Infrastructure

Runways

Sochi International Airport has two artificial runways; combined with its taxiways network it has a total length of 4310 meters and a width of 40.5 m of paved tarmac. The platform and parking lot have a total area of 218 square meters, with spaces for more than 1000 cars. Because of the presence of natural obstacles (mountains) to the north and north-east of the airport, take off and landing are only possible on the sea side of the facility.[citation needed] The airport authority plans to extend the runway up to 3.5 km, with a portion overlapping the Mzymta River at a width of 300 m.

The Sochi airport is certificated by Aviation Register of the MAC for its suitability for international flights. It has the ability to receive the following aircraft types: Airbus A310, Airbus A319, Airbus A320, Boeing 727, Boeing 737, Boeing 757, Boeing 767, Bombardier CRJ 200, Fokker 70, IL-62, IL-76, IL-86, IL-96, Tu-134, Tu-144, Tu-154, Tu-204, Yak-40, Yak-42 and other planes III and IV classes. Since 2007 the airport takes aircraft of all types.

Main terminal

The capacity of the airport complex is 750 passengers per hour/ 2500 passengers per day. The new terminal building was built from 1989–2007. It has 3 floors with total area of 62,000 square meters and is one of the largest in Russia. The airport has 440 meters of corridor space and 10 boarding bridges for boarding and deplaning passengers.[citation needed] The airport received extensive renovations in anticipation of the 2014 Winter Olympics.

On 20 November 2006, the airport was auctioned to Oleg Deripaska's Basic Element group for 5.5 billion roubles (about $206.6 million).[11] Deripaska is also a member of the committee organizing Sochi's bid for the Winter Olympics.[12]

Airlines and destinations

Airlines Destinations
Aeroflot Moscow–Sheremetyevo, Simferopol[13]
Aeroflot
operated by Rossiya Airlines
Krasnodar, Moscow–Vnukovo,[14] St Petersburg, Yekaterinburg, Yerevan
Seasonal: Orenburg
Belavia Minsk
Condor Flugdienst Seasonal charter: Berlin-Schönefeld[15]
IrAero Seasonal: Barnaul (resumes 14 June 2017),[16] Irkutsk, Omsk (resumes 12 June 2017)[17]
Israir Airlines Seasonal charter: Tel Aviv–Ben Gurion
Izhavia Seasonal: Belgorod, Izhevsk, Kazan, Kirov, Nizhnekamsk, Penza
Komiaviatrans Kaluga
Mahan Air Seasonal: Tehran–Imam Khomeini
Meraj Airlines Seasonal charter: Tehran–Imam Khomeini
Nordavia Seasonal: Arkhangelsk, Belgorod (begins 10 June 2017),[18] Chelyabinsk[18] Ivanovo, Murmansk, Nizhny Novgorod (begins 30 May 2017),[18] Omsk,[18] Syktyvkar, Tel Aviv,[19] Voronezh[18]
NordStar Moscow–Domodedovo
Seasonal: Krasnoyarsk–Yemelyanovo, Norilsk
Pegas Fly Yekaterinburg
Pobeda Seasonal: Astrakhan, Belgorod, Cheboksary, Kazan, Kirov, Magnitogorsk, Moscow–Vnukovo, Nizhnekamsk, Nizhny Novogorod, Perm, Samara, Tyumen, Ufa, Vladikavkaz, Volgograd, Voronezh, Yaroslavl, Yekaterinburg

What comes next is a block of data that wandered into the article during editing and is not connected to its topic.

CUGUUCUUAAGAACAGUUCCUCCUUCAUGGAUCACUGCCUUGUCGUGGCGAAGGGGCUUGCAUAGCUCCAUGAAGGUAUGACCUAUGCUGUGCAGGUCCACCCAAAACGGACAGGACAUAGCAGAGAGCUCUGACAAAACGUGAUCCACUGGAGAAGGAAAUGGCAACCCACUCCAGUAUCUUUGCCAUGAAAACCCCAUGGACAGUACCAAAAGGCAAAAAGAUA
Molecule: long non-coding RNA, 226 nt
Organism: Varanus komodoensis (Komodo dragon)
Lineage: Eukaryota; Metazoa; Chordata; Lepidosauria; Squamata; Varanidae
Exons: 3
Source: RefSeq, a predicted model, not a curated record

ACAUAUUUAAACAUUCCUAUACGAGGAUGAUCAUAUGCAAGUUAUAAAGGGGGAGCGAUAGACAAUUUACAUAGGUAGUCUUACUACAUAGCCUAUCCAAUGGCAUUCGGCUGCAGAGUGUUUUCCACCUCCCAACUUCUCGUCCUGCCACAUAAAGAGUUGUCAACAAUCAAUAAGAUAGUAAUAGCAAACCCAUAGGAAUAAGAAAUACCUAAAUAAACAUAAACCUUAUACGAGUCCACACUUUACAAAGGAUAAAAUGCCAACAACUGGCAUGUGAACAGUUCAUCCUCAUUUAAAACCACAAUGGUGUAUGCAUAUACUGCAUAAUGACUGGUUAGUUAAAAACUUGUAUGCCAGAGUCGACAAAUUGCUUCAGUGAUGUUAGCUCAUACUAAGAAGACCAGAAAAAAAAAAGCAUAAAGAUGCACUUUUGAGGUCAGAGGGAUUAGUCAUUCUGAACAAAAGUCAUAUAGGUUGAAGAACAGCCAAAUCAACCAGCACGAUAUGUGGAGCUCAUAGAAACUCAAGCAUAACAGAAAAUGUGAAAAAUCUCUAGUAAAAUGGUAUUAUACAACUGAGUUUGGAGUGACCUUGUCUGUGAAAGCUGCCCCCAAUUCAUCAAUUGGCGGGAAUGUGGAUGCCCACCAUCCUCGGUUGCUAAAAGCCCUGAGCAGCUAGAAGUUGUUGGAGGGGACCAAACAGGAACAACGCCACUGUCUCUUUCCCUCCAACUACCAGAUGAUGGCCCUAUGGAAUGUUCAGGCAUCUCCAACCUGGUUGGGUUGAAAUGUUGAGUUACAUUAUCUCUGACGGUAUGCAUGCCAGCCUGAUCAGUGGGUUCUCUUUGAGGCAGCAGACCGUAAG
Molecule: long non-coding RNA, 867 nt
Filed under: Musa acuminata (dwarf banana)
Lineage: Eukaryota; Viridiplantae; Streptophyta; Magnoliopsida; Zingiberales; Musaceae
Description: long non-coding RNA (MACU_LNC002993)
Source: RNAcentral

Qeshm Air Seasonal charter: Tehran–Imam Khomeini
Red Wings Airlines Moscow–Domodedovo, St Petersburg
RusLine Seasonal: Belgorod, Elista, Kursk (begins 3 June 2017),[20] Lipetsk, Makhachkala, Mineralnye Vody (begins 10 June 2017),[21] Moscow–Domodedovo, Tambov,[22] Ulyanovsk–Baratayevka, Voronezh
S7 Airlines Moscow–Domodedovo, Novosibirsk
S7 Airlines
operated by Globus
Moscow–Domodedovo, Novosibirsk
Saratov Airlines Seasonal: Nizhny Novgorod, Orenburg, Penza, Sarartov
SCAT Airlines Aktau
Severstal Air Company Seasonal: Cherepovets, Yaroslavl[23]
Somon Air Dushanbe,[24] Khujand
Tibet Airlines Chengdu,[25] Sanya[25]
Turkish Airlines Istanbul–Atatürk
Ural Airlines Chelyabinsk, Mineralnye Vody, Moscow–Domodedovo, Samara,[26] Simferopol, Tbilisi,[27] Yekaterinburg
Seasonal: Nizhny Novgorod[28]
UTair Aviation Krasnodar,[29] Moscow–Vnukovo, Yerevan[29]
Seasonal: Kursk, Nizhnevartovsk, Noyabrsk, Surgut, Syktyvakar, Tambov, Tyumen
UVT Aero Bugulma,[30] Kazan, Surgut[30]
Uzbekistan Airways Tashkent
VIM Airlines Moscow–Domodedovo
Yakutia Airlines Yakutsk
Yamal Airlines Seasonal: Kurgan, Perm, Tyumen

Incidents and accidents

  • On 28 July 1962, Aeroflot Flight 415, an Antonov An-10 crashed into the mountains near Sochi Airport, killing all 81 people aboard.[31]
  • On 1 October 1972, an Aeroflot Ilyushin Il-18V operating Aeroflot Flight 1036 crashed shortly after departure from Sochi Airport into the Black Sea, killing all 109 passengers and crew. The cause of the accident was never determined.[32]
  • On 3 May 2006, an Armavia Airbus A320-200 operating Armavia Flight 967 crashed in the Black Sea en route from Yerevan's Zvartnots International Airport to Sochi. The airplane crashed into the sea while attempting to conduct a go-around following its first approach to Sochi airport, killing all 113 aboard. The accident was the first major commercial airline crash in 2006.[33]
  • On 25 December 2016, a Russian military Tupolev Tu-154 disappeared from radar two minutes after taking off from Sochi. The aircraft was found to have crashed on the Black Sea. All 92 people on board, including the members of Russian military choir Alexandrov Ensemble were killed in the crash. The flight had originated in Moscow and was flying to Latakia in Syria.[34][35][36][37][38]

See also

References